Our suite offered an emperor-sized bed, a comfortable dining area and a full lounge, with cosy sofas arranged around a coffee table which was packed full of treats including fresh fruit, Champagne, homemade sloe gin and Lauden chocolates. The mini fridge was filled with water, soft drinks and milk – all complimentary – and there was also tea and coffee available as well as nibbles; perfect for those mid-afternoon rumbling tummies.
The exceptional underfloor-heated, Italian marble bathroom is like a mini spa with a huge marble bath and a steam shower to enjoy. The team have spared no expense here, with a large his and hers vanity, luxury toiletries, and a smart toilet that heats the seat and even lifts the lid for you! And it’s not just the toilet that’s clever in these state-of-the-art suites; all of the rooms offer air-conditioning as well as modern technology such as adjustable lighting and TVs hidden behind picture frames that appear at the touch of the button to reveal Sky systems allowing guests to enjoy live sports and movies.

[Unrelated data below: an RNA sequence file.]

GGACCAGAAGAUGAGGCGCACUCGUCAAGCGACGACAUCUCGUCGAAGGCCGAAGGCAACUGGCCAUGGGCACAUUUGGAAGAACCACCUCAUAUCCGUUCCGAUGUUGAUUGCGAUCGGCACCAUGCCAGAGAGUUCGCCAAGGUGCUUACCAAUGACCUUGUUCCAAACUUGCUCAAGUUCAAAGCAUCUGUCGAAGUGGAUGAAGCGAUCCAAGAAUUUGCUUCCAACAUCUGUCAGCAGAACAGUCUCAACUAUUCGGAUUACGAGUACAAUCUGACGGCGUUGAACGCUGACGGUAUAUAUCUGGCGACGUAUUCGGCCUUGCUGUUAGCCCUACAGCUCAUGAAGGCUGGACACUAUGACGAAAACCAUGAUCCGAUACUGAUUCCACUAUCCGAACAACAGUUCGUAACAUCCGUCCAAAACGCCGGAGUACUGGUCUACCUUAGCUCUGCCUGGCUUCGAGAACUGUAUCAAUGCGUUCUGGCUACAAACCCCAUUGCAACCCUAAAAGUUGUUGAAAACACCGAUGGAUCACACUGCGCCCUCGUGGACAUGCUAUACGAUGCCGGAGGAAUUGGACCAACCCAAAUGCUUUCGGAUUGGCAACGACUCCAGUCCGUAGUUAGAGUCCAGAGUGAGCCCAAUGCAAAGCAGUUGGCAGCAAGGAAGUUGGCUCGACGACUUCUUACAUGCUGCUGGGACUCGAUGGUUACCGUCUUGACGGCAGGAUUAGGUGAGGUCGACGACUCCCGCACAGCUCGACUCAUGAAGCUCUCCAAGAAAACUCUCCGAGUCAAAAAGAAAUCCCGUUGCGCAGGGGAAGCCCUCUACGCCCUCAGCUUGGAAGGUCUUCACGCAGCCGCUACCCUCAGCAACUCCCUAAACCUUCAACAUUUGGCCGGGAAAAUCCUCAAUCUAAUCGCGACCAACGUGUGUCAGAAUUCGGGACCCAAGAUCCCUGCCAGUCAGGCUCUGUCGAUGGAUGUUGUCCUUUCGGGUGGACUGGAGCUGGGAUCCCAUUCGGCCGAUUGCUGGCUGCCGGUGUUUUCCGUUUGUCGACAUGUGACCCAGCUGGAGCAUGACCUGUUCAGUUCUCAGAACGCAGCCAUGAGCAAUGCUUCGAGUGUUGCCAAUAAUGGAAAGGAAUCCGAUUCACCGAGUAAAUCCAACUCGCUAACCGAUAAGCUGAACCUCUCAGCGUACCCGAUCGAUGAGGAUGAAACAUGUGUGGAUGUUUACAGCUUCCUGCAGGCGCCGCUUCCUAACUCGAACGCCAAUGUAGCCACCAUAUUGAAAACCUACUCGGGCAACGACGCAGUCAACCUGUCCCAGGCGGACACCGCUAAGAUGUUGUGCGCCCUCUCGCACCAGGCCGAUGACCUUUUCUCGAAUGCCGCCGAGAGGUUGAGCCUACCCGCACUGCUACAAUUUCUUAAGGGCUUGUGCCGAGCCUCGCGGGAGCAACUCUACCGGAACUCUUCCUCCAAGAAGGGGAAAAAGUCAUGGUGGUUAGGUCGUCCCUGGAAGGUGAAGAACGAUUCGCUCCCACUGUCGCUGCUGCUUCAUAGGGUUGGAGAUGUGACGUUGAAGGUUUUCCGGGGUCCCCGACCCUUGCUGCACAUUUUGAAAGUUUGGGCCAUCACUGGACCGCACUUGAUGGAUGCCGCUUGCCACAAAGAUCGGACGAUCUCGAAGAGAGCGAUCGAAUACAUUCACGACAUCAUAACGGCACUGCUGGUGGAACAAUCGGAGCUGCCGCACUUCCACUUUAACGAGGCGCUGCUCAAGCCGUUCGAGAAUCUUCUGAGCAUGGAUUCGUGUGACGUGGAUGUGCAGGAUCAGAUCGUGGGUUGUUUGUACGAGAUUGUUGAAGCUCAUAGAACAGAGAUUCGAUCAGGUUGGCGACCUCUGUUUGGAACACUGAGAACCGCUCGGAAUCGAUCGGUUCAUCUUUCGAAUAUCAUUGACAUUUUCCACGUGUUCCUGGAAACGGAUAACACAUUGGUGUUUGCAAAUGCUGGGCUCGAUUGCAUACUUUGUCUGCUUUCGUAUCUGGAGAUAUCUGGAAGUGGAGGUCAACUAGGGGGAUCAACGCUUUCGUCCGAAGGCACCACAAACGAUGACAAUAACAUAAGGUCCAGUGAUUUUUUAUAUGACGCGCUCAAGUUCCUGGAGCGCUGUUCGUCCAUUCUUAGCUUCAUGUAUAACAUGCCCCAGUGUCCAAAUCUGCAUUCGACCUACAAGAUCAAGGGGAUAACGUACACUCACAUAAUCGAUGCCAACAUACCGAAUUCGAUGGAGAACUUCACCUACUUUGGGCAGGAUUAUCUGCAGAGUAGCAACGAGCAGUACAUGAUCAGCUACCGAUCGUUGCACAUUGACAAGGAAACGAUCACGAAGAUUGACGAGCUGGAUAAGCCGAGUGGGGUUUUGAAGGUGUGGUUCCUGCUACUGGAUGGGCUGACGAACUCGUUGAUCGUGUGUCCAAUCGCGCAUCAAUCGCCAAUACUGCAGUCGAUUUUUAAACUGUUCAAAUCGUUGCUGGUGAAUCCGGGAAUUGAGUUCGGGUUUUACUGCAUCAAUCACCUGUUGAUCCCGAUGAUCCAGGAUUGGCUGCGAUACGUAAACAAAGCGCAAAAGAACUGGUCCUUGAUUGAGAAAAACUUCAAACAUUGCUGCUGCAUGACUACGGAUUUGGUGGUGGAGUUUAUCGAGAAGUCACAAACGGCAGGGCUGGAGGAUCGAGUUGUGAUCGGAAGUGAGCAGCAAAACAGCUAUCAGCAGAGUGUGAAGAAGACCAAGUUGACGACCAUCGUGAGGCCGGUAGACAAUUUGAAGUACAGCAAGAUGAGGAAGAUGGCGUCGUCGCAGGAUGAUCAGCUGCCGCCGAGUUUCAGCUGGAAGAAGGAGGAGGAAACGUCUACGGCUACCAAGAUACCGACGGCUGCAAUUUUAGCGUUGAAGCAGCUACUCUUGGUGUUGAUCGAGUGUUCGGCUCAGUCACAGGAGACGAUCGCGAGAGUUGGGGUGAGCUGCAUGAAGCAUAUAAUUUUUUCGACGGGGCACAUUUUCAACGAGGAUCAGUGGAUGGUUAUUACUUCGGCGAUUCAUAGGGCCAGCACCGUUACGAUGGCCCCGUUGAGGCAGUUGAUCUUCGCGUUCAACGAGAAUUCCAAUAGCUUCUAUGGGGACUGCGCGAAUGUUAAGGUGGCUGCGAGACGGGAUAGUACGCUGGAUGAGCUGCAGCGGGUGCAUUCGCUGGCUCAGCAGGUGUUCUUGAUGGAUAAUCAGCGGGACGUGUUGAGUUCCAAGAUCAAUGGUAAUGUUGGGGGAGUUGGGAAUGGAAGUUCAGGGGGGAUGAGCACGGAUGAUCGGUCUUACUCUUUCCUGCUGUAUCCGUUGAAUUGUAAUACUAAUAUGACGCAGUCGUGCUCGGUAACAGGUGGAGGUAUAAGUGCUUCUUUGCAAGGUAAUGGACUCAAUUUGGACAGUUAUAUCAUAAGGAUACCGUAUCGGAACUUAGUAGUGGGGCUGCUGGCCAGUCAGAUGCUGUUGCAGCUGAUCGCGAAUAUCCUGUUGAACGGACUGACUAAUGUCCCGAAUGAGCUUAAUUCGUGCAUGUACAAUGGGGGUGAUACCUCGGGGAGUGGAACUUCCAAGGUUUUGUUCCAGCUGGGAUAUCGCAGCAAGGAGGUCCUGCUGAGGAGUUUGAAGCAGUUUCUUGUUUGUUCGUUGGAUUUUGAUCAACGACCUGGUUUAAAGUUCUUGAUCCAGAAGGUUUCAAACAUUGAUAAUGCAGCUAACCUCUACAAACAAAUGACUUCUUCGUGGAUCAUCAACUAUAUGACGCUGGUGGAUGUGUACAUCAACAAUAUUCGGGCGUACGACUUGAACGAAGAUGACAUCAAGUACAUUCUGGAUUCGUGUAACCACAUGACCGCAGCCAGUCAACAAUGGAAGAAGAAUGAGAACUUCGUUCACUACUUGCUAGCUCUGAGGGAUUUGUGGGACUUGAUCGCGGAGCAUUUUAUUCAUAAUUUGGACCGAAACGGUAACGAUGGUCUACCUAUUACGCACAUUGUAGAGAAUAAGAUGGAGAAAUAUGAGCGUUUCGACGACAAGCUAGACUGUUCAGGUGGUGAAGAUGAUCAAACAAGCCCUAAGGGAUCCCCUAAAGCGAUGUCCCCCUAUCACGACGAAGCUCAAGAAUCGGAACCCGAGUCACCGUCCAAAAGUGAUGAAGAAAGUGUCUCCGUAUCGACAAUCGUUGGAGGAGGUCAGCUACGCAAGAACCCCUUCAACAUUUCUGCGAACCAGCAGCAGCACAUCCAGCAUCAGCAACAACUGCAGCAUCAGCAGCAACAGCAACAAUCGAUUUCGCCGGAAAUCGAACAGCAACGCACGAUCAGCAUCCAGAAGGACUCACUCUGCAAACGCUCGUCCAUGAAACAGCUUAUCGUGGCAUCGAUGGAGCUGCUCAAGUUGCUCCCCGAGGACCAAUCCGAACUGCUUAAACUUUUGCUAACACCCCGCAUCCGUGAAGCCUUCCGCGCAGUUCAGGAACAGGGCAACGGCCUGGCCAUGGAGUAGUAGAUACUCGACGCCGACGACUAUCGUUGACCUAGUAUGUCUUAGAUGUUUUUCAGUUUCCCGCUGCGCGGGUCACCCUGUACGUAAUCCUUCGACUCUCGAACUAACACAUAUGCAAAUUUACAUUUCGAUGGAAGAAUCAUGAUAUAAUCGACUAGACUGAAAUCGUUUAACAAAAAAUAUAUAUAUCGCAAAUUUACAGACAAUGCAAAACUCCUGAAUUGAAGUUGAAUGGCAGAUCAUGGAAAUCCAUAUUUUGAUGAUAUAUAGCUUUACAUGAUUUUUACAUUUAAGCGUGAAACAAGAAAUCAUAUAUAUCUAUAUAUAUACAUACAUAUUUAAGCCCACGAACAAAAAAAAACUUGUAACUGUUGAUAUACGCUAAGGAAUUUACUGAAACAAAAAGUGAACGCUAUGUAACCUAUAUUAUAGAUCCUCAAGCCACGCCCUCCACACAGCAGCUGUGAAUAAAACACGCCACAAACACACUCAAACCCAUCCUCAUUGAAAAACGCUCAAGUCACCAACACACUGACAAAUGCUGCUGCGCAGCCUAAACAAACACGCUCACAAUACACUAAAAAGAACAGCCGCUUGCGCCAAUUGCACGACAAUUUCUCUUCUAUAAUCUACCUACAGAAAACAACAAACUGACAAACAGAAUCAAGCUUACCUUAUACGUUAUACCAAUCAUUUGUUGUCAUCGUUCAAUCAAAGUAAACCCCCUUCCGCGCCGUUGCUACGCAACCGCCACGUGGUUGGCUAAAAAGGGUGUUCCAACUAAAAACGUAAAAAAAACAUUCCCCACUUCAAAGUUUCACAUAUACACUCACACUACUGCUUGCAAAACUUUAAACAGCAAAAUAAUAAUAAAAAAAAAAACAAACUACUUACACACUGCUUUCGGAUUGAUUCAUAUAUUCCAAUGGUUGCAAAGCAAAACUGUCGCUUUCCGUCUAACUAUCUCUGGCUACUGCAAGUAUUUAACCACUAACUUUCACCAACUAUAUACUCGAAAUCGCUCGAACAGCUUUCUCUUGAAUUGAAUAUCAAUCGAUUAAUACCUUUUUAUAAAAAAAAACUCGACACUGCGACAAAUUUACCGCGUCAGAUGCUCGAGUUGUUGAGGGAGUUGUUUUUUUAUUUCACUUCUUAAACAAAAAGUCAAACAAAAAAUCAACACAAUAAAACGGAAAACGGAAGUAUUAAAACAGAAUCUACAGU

Food and drink
Grantley Hall has an exceptional choice when it comes to eating and drinking. The vast hotel is home to four restaurants and three bars, including one Michelin star fine dining restaurant Shaun Rankin at Grantley Hall, Asian-inspired bar and eatery, Eighty Eight, and Champagne and cocktail bar Valeria’s – named after the owner. Guests can also enjoy refreshments in the spa lounge, sample sweet treats in the Georgian Drawing Room at afternoon tea, or soak up the Alpine atmosphere at the brand new Après at The Orchard.